How wolves fight climate change, and 9 other reasons to protect canis lupus.
Every few months, my friend Brendan disappears into the wilderness to track wolves. The wolves are tagged with radio collars as part of the Yellowstone Wolf Project, which has been observing the animals in their natural environments in an effort to help protect them since 1995. Brendan's work as a volunteer is to follow the wolf packs (from a safe distance) and record their behavioral, social, and predation habits. Sometimes he'll go a day without spotting a wolf, just sitting in sub-freezing snow fields and staring through a scope. Other times, he and his partners will stumble across the juicy meat of the job—a wolf howling atop a boulder, a pack devouring a weakened elk—and the biting, windy wait will all be worth it.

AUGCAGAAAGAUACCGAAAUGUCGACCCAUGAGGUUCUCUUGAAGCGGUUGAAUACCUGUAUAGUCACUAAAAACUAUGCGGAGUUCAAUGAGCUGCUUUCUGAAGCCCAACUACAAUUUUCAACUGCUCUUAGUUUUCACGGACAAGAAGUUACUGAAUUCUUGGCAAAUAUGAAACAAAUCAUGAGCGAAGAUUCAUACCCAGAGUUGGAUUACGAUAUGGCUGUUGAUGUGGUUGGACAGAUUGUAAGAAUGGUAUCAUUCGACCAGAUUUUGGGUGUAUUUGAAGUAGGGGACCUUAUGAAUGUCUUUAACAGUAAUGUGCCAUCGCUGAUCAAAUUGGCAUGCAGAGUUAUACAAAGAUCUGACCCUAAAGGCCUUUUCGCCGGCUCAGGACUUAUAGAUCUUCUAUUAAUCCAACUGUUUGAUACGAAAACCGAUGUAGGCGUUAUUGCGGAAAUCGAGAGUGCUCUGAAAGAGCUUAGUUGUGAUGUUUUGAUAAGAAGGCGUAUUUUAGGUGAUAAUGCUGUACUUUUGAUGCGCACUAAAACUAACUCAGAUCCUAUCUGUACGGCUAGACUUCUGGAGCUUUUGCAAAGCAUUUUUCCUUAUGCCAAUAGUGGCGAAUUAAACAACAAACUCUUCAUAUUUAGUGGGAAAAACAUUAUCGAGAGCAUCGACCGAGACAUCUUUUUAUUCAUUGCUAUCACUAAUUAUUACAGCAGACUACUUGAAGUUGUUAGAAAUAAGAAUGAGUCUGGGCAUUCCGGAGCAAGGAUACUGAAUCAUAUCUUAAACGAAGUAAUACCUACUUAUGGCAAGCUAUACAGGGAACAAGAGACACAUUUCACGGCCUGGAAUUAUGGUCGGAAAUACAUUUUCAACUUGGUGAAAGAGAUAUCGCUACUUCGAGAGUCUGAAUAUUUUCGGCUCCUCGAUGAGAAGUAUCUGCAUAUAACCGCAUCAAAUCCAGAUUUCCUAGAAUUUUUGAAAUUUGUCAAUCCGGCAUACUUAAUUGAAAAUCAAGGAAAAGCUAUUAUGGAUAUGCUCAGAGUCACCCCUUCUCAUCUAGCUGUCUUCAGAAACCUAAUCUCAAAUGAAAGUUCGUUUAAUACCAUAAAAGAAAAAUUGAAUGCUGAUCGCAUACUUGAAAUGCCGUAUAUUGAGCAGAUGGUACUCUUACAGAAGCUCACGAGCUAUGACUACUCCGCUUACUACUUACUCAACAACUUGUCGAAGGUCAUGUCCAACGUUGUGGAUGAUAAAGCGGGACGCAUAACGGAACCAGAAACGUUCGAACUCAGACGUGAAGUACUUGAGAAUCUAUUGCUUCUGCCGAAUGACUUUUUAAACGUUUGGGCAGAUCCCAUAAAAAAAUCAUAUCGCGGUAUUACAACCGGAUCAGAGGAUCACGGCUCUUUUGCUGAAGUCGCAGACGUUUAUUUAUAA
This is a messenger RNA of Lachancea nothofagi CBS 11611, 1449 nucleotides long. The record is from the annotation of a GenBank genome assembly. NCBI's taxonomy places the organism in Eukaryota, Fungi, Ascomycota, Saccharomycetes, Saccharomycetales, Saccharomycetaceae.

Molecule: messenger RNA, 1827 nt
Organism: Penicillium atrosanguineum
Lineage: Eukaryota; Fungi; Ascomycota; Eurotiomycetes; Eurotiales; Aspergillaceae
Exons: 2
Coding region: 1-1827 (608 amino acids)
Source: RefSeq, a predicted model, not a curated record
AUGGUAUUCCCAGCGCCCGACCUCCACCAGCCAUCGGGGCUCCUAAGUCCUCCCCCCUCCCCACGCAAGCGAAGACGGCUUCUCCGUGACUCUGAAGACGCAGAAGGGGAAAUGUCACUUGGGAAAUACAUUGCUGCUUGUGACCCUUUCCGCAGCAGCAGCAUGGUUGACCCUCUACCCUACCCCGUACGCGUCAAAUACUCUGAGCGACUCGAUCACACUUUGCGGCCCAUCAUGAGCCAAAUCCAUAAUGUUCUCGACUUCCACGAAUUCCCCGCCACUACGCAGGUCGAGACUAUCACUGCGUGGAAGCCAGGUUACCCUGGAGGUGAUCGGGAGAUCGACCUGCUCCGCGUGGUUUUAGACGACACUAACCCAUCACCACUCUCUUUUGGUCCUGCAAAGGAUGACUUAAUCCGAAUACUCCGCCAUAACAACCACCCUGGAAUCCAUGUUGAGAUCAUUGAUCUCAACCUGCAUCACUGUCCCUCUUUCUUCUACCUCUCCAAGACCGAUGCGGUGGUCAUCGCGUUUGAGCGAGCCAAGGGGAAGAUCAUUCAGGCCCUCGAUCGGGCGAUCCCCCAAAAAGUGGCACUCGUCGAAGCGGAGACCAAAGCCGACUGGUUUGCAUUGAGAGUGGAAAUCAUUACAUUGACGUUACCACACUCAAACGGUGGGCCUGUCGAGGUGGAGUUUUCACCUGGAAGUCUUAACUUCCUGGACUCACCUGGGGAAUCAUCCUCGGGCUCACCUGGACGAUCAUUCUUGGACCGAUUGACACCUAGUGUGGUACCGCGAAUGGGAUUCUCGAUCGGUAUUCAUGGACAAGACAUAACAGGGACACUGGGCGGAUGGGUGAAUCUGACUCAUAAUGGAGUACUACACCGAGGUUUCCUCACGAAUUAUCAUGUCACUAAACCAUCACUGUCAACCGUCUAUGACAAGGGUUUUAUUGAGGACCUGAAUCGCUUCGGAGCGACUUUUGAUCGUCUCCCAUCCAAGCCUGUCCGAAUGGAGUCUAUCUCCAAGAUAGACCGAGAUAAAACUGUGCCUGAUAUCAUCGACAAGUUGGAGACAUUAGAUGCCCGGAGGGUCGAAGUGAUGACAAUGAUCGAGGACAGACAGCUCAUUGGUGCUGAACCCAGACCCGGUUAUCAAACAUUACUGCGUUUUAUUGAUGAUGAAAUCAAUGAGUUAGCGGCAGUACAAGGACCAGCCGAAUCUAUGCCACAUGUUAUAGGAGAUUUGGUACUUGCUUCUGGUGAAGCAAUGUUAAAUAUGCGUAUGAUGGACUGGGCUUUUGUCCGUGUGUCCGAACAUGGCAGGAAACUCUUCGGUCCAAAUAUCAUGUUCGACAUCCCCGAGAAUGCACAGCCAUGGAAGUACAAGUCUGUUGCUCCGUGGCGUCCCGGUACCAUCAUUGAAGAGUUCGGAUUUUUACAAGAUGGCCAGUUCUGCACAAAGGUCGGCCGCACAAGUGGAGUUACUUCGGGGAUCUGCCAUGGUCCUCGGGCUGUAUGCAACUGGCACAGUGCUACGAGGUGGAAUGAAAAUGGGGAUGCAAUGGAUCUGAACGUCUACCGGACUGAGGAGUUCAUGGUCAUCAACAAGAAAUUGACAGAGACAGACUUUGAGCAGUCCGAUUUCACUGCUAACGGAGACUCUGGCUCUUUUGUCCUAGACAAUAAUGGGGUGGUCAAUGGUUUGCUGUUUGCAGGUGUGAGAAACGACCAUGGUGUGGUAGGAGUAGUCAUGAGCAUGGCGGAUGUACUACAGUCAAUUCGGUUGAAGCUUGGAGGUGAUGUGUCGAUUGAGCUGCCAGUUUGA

Wolves entered the national limelight this week when Rep. Mike Simpson (R-Idaho) and Sen. Jon Tester (D-Mont.) slipped a measure into the budget deal to strip gray wolves of their Endangered Species Act protections in most of the Northern Rockies—the first time a species has been removed from the list for political reasons, rather than scientific ones. The lawmakers argue that the bill alleviates stress on big-game herds and helps out ranchers and farmers, whose livestock fall victim to the predators. The bill would lift protections for wolves in five Western states and allow wolf hunting to resume in Montana and Idaho. Environmentalists worry that removing wolves from the ESA list could open the doors to allow other endangered species to be delisted as well.
Whether wolves have a negative impact on the Northern Rockies remains a contentious issue. Here's how Brendan sees it: "Gray wolves and elk have been coexisting for 10,000 years. The problems really stem from people, who are contributing to habitat degradation and forest fire suppression." Studies show that wolves play vital roles in maintaining healthy ecosystems, and could even help stave off some of the effects of climate change. Scroll through the slideshow to find out how. —Maddie Oatman